As if a frightening tease for the lightening set to take hold on Sunday night, the site is purveyed by light aircraft roaring overhead every twenty minutes. Immersing ourselves in Ministry, one gets the feeling that a burning plane falling onto a thirty-thousand crowd of leather-clad metallers would probably sound the same. That's most definitely a good thing. Straddling his dragon-serpent entwined mic stand as if riding a Harley, the rock colossus that is Al Jourgenson doesn't disappoint.
Everything about Ministry seems twice as large. Twisted and distorted beats from the dual drummers underpin howling guitars with the mangled voice of Al Jourgenson perfectly rounding out the feeling of beautiful aural torture. Al sports two beards and two pairs of shades whilst the band contains two drummers and another two guitarists. He growls unforgettable lines such as "Fills you up with the devil's cock and comes like the Lord" during 'Psalm 69'.
Finally, after classics such as 'Just One Fix' and 'New World Order', he flings his microphone into the crowd and stomps off stage, oblivious to any appreciation. It sounds out of place in such strong daylight, but then Ministry have never bothered to follow rules too closely. There's no sign of their biggest single, 'Jesus Built my Hotrod', still, it's a minor moan in what is a welcome return for the veteran industrialists.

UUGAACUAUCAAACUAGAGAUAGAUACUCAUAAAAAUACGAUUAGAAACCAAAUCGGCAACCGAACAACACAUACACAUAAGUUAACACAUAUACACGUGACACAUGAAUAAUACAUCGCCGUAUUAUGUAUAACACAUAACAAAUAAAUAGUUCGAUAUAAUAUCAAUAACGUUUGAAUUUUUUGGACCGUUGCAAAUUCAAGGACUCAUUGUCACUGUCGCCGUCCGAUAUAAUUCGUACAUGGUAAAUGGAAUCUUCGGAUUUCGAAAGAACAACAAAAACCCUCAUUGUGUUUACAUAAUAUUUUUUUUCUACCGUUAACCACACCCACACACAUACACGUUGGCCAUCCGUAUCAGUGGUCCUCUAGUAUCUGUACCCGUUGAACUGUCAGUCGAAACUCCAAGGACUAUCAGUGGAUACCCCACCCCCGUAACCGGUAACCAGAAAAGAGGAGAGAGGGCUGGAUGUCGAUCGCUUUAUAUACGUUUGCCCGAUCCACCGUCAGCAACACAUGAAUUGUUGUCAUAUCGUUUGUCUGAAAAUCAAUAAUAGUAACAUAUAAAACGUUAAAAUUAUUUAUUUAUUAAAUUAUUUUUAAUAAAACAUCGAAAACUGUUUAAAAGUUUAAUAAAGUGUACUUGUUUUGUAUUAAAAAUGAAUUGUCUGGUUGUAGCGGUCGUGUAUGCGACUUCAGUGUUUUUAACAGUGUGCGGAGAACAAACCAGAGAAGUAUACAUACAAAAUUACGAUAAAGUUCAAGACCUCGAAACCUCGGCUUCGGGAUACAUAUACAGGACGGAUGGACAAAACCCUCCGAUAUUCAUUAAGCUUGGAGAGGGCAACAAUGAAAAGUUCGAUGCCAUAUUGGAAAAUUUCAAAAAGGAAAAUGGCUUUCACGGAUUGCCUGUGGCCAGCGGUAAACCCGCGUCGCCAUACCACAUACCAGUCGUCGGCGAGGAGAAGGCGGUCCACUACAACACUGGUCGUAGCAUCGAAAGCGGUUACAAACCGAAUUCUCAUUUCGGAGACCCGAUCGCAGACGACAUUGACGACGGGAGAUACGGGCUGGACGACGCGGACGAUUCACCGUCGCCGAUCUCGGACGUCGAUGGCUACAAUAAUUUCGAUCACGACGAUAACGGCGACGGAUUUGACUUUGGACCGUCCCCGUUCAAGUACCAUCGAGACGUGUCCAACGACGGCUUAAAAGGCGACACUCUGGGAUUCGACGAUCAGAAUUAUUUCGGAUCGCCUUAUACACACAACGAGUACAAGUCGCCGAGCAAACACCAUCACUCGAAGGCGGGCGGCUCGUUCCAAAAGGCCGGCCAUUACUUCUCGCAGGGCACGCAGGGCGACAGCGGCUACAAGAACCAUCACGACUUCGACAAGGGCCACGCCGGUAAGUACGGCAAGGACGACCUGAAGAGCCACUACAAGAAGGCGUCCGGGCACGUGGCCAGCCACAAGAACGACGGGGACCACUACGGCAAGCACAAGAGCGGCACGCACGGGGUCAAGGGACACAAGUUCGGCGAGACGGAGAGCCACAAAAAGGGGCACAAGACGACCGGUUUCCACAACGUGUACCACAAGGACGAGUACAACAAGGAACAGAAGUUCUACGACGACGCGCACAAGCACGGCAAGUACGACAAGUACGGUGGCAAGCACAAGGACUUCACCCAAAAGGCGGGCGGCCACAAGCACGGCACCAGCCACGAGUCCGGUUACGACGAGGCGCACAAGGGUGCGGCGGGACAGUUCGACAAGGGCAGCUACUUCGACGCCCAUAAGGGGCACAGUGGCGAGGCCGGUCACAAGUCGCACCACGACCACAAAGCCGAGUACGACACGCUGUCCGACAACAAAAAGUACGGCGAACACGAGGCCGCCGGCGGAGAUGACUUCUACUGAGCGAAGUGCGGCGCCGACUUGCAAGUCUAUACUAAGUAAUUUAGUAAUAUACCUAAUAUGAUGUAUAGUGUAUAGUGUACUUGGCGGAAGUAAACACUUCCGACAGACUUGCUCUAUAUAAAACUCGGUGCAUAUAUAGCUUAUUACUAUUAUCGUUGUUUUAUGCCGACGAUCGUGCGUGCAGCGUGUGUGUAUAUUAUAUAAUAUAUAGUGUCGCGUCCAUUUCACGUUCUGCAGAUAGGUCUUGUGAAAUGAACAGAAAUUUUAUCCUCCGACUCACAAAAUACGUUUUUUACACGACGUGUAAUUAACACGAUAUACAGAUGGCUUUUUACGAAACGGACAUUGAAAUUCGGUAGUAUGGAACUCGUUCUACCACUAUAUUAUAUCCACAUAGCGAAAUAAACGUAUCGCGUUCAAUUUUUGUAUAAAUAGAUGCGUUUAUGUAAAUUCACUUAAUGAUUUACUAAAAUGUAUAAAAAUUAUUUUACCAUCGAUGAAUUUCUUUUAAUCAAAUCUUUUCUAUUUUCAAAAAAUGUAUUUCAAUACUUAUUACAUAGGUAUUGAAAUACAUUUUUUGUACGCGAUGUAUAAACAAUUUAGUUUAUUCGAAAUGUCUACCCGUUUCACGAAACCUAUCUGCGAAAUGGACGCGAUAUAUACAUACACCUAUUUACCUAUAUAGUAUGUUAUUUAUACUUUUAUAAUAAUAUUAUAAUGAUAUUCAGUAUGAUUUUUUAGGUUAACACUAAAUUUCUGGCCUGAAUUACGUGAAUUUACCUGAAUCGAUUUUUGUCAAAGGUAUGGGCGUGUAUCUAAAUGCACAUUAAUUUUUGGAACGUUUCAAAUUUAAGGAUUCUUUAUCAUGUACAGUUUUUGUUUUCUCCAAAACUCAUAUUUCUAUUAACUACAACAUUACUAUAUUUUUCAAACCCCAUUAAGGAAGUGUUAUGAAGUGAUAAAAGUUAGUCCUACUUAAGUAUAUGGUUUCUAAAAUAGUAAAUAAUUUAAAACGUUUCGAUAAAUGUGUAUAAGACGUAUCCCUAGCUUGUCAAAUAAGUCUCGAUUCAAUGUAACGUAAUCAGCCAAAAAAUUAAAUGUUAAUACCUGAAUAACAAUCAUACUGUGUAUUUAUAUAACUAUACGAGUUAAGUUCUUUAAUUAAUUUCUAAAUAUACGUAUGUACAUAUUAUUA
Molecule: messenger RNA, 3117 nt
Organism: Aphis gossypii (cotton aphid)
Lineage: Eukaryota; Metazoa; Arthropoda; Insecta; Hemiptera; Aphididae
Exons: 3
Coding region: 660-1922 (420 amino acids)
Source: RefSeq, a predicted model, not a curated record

As the old Ministry fans drift away, the crowd seems to drop in height by about a foot and increase substantially in populous as 'the kids' gather for Deftones. Slowly building up a dedicated fanbase has clearly paid off for Chino Moreno and his bandmates, and their high-octane brutality is the order of the day, with flawless execution.
What sets them aside from similar bands is their truly innovative flair. As the circle pits reach peaks of excessive violence, the band allow some sort of respite in the form of atmospheric, more arty, punk. But just as the kids get restless, there's another burst of aggression such as 'Push It' or new single 'Minerva'. As they leave, an ecstatic crowd cry out for more. This could be the breakthrough the critically successful, but commercially less so, band have been waiting for. Next year they won't be content with third on the bill to anyone.